The Denver media reported that Bowlen said he had not been told that the GM Brian Xanders and HC were trying to deal the starting QB. Don’t believe that for a second. Had McDaniel not told Bowlen he was shopping Cutler, the Coach would be gone (along with the GM) and Cutler would still be a Bronco.

I think McDaniel has set the Broncos back 3 years even with the extra draft choices. I have always liked Orton. But Orton is at best a care-taker QB and not someone that can lead you deep into the AFC playoffs. As a Browns fan, that does not sadden me in the least. We will see which team is helped more by the trade. My bet is that Chicago is now even with the Vikings in talent to win the NFC North.

That’s what I think. Tell me what you think.

Bill Smith is a former coach of several semi-pro teams, has officiated both football and basketball, done color on radio for college football and basketball and has scouted talent. He is a senior writer for and edits http://fryingpansports.com. He has also published several novels on and edits .

My email is [email protected]

Technorati Tags: Cutler,Bears,Broncos,NFL,Draft,49ers,Seahawks,McDaniel,Bowlen,Xanders,Draft choice value chart,Sanchez,Vikings,Booty,Leftwitch,J.P Losman,Joey Harrington,Orton,Patroits
  • Author:
  • Published: Mar 18th, 2009
  • Category: NFL Football
  • Comments: Comments Off on The media has missed the point of the Cutler vs. McDaniels spitting contest.

The media has missed the point of the Cutler vs. McDaniels spitting contest.

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Fryingpan Sports

The media has missed the point of the Cutler vs. McDaniels spitting contest.

t

By Bill Smith

As usual, the media have totally missed the most important fact in the QB Jay Cutler vs. new Denver Broncos coach Josh McDaniels. The antique media call Cutler a cry baby. Others say that McDaniels has all the power because Bronco team owner Pat Bowlen backs his new guy. That is not the key story here. The key story is that Bowlen blew it when he fired Mike Shanahan and blew it again in hiring the 32 year old McDaniels. McDaniels is not mature enough to be a head coach in the NFL. It was a bad hire and this is only the first screwup for which McD will be responsible.

To go back to the beginning, McDaniels and GM Brian Xanders committed an unforgivable sin—trying to trade a somewhat proven young franchise QB for another somewhat proven older QB Matt Cassel. McD thought that word of the failed deal would never get out. How stupid was that? In this era of 24 hour sports channels, there is no way on earth or any alternative universe that someone wouldn’t blab. Even when the reports leaked out about a 3 way deal between the Patriots, Bucs and Broncos he refused initially to acknowledged the attempt.

Cutler was not happy and that is understandable. He has been the QB for 3 years and made the pro bowl last year. According to Cutler’s agent Bus Cook, in meeting with McD earlier this year to go over the playbook, McD had told Cutler that he had come to Denver specifically because he wanted to coach the young man. Given the trade talk, Cutler feels that McD lied to him then as well.

McD immediately compounded the gaff. Rather than trying to resolve the situation face to face by going to see his jilted QB, McD called Cutler and reportedly committed another major error by lying to him. According to multiple reports, McD told Cutler that other teams had contacted him about Cutler’s availability. That conversation just added fuel to the feud.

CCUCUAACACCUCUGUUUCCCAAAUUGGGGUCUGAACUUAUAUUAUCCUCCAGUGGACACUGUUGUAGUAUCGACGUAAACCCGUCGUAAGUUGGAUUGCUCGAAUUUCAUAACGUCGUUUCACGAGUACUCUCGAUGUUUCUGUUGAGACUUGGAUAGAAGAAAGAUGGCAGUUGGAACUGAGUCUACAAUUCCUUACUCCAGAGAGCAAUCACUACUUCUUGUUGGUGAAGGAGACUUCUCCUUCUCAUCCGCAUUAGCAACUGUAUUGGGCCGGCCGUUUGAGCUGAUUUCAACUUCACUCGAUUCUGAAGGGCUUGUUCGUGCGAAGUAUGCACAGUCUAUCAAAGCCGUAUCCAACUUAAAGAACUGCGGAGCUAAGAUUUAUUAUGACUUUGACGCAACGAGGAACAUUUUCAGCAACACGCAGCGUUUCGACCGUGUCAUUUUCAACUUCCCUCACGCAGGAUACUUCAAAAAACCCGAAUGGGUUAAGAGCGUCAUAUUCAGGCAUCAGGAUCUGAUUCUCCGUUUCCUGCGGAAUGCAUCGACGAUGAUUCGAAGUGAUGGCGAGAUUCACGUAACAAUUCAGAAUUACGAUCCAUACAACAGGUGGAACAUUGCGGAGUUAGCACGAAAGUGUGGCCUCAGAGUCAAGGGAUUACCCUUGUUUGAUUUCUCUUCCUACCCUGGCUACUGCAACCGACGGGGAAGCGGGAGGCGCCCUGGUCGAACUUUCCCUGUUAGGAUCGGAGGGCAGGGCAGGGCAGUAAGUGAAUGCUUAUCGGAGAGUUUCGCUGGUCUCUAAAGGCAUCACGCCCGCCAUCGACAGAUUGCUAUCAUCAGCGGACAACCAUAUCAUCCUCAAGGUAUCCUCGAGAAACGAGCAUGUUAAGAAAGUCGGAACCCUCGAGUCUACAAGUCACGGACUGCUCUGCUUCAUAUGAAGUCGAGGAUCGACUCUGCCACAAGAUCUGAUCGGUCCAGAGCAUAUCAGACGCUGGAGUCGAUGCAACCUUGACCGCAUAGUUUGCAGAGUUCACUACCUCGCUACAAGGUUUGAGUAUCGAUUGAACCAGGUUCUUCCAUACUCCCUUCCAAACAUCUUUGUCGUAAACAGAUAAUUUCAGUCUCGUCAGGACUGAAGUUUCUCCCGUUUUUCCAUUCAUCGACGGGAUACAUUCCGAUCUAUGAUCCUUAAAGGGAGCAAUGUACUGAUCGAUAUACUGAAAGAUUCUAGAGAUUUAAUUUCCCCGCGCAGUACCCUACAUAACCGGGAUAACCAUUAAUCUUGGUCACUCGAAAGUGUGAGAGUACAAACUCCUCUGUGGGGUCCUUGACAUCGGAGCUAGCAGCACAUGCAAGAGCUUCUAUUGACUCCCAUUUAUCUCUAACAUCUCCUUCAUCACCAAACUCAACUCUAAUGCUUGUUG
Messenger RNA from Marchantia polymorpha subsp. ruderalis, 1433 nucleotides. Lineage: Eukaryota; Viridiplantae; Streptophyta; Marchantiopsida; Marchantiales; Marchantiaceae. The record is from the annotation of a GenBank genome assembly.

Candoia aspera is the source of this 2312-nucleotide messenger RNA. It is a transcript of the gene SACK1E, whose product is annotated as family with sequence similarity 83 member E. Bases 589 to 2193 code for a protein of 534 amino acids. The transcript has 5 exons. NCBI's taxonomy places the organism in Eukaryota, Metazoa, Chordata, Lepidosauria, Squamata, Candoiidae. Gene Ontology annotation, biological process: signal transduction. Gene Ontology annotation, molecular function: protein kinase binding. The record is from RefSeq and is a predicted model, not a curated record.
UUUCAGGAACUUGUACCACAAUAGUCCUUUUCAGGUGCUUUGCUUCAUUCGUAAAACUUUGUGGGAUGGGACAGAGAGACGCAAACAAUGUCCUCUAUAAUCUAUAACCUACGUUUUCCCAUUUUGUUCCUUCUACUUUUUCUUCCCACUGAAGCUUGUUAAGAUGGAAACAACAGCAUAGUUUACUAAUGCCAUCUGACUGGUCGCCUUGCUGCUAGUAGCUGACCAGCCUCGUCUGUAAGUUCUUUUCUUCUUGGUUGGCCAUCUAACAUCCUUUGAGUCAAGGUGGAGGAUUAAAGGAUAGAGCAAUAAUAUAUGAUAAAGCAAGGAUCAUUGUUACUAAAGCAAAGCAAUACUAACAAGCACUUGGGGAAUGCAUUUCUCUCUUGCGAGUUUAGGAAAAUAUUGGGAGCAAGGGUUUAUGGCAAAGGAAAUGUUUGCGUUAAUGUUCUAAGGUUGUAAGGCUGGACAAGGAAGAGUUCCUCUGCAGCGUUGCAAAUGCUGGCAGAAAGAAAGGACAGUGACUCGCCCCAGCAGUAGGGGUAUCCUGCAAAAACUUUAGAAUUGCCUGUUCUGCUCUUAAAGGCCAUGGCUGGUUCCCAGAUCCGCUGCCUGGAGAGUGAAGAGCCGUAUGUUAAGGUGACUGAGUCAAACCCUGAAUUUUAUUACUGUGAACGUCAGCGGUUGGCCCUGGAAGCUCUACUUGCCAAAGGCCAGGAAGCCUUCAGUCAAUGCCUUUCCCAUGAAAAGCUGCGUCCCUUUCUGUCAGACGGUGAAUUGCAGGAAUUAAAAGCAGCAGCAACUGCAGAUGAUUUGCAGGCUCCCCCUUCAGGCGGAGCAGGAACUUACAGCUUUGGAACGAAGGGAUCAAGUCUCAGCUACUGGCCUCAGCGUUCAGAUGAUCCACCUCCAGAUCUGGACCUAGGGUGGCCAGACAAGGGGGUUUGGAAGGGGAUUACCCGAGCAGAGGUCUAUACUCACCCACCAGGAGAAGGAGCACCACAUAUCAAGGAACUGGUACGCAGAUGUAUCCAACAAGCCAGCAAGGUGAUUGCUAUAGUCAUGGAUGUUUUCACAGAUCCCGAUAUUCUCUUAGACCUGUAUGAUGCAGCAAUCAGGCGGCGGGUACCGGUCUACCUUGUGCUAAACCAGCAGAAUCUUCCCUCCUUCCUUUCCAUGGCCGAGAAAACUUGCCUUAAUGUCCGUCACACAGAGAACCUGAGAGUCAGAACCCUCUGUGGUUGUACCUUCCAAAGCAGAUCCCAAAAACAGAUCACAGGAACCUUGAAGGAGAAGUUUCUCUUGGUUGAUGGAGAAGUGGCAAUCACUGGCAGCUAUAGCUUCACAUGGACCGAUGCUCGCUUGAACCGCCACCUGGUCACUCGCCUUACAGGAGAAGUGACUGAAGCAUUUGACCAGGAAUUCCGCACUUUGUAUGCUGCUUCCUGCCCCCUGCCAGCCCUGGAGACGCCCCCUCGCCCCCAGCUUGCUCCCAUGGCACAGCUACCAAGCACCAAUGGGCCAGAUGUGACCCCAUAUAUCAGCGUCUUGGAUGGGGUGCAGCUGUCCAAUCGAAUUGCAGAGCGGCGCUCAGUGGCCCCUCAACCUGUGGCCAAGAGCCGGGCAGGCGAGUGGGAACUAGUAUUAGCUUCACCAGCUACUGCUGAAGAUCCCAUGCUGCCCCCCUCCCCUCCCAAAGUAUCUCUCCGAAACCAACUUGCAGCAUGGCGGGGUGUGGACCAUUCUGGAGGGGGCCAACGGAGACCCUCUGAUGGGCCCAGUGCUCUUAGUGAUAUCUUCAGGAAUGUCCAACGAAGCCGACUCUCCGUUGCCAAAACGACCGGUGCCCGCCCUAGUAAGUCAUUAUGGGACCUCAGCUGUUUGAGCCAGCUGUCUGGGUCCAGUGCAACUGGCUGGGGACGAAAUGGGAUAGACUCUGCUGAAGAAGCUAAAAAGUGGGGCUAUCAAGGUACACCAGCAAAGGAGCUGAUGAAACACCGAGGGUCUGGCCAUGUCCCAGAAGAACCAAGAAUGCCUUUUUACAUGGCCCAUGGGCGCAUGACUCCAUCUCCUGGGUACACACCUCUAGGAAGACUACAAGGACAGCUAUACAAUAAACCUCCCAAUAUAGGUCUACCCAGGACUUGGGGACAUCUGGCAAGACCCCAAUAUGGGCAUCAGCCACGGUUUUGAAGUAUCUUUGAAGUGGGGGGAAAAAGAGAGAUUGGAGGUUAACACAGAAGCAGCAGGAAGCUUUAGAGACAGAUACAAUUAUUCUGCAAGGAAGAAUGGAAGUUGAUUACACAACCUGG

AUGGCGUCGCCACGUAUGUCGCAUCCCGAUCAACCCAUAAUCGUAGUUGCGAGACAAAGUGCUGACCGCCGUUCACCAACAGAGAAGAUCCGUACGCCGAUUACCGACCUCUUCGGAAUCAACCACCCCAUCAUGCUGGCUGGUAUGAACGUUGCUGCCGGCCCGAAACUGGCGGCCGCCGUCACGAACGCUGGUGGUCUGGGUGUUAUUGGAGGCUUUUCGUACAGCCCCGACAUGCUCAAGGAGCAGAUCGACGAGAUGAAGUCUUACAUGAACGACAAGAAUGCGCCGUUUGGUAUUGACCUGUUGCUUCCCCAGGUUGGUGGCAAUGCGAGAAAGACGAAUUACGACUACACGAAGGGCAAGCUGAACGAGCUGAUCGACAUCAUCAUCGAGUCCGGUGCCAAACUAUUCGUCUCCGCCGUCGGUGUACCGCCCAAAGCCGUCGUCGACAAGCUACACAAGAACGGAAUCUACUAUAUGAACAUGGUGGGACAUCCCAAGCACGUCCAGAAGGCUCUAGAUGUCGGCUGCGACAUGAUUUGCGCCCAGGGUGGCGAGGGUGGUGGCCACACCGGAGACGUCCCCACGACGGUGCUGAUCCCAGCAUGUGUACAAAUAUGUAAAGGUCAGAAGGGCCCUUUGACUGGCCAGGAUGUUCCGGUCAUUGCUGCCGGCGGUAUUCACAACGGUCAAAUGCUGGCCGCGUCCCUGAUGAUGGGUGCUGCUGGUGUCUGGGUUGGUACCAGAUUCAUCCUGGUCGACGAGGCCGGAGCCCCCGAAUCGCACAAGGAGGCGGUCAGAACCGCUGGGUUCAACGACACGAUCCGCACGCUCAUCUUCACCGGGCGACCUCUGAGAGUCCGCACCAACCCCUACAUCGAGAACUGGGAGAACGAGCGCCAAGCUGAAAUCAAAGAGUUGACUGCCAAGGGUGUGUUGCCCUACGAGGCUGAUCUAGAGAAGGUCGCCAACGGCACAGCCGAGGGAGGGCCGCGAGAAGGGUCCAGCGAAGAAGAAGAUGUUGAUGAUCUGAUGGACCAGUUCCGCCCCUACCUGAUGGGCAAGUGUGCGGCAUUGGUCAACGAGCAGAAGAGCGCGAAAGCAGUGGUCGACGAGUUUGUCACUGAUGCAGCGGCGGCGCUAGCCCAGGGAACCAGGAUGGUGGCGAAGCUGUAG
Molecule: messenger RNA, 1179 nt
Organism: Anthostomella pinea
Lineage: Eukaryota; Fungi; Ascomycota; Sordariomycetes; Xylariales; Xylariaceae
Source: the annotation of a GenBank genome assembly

When a face to face finally happened this past weekend, it was an even bigger disaster. Rather than a 1 on 1 with his QB, Cutler insisted on bringing his agent Cook. Not being man enough to face a 2 on 1, McD brought his GM along for support. In that meeting, things did not improve. According to Cook, the Cutler contingent believed that McD was going to call Jay for a one on one. According to McD, it was Cutler that was supposed to call.

When the call came, it was Cook calling to tell the team that Cutler now wants to be traded because he has no faith in McD, Xanders, or Bowlen.

My analysis: Bowlen blew it. He is now trying to save face by backing his sniveling coach McD. McD showed no guts in confronting the issue. He wants his Patriot QB like a 2 year old needs his blankie. He wouldn’t even face Cook and Culter alone. He needed backup.

Josh, engage brain before dialing for deals. You don’t dangle your franchise QB in trade talks that and keep the locker room together. This is what will happen if Cutler is not traded. Some players will back the new coach but others who played with Cutler will back him.

Pat, you blew the firing and blew the new hire. You had better tell McD to back off or you are going to lose what fan base has not already written you off. You need to get the D fixed because it was a well oiled turnstile threw which opponents ran on their way unmolested to the endzone. Cutler was the 3rd rated QB last year while McD has not won anything by himself yet. You need to get control of your coach or replace him.

That’s what I think. Tell me what you think.

Bill Smith is a former coach of several semi-pro teams, has officiated both football and basketball, done color on radio for college football and basketball and has scouted talent. He is a senior writer for and edits http://fryingpansports.com. He has also published several novels on and edits .

My email is [email protected]

Technorati Tags: Broncos, NFL, FOOTBALL, McDAniels, Bowlen, Shanahan, Cutler, trade, Buccaneers, Patriots, Cassel
  • Author:
  • Published: Dec 31st, 2008
  • Category: NFL Football
  • Comments: Comments Off on Before you fire your head coach…

Before you fire your head coach…

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Pittsburgh Steelers head coach Bill Cowher at ...

Pittsburgh Steelers head coach Bill Cowher at the White House- Cropped from original image. (Photo credit: Wikipedia)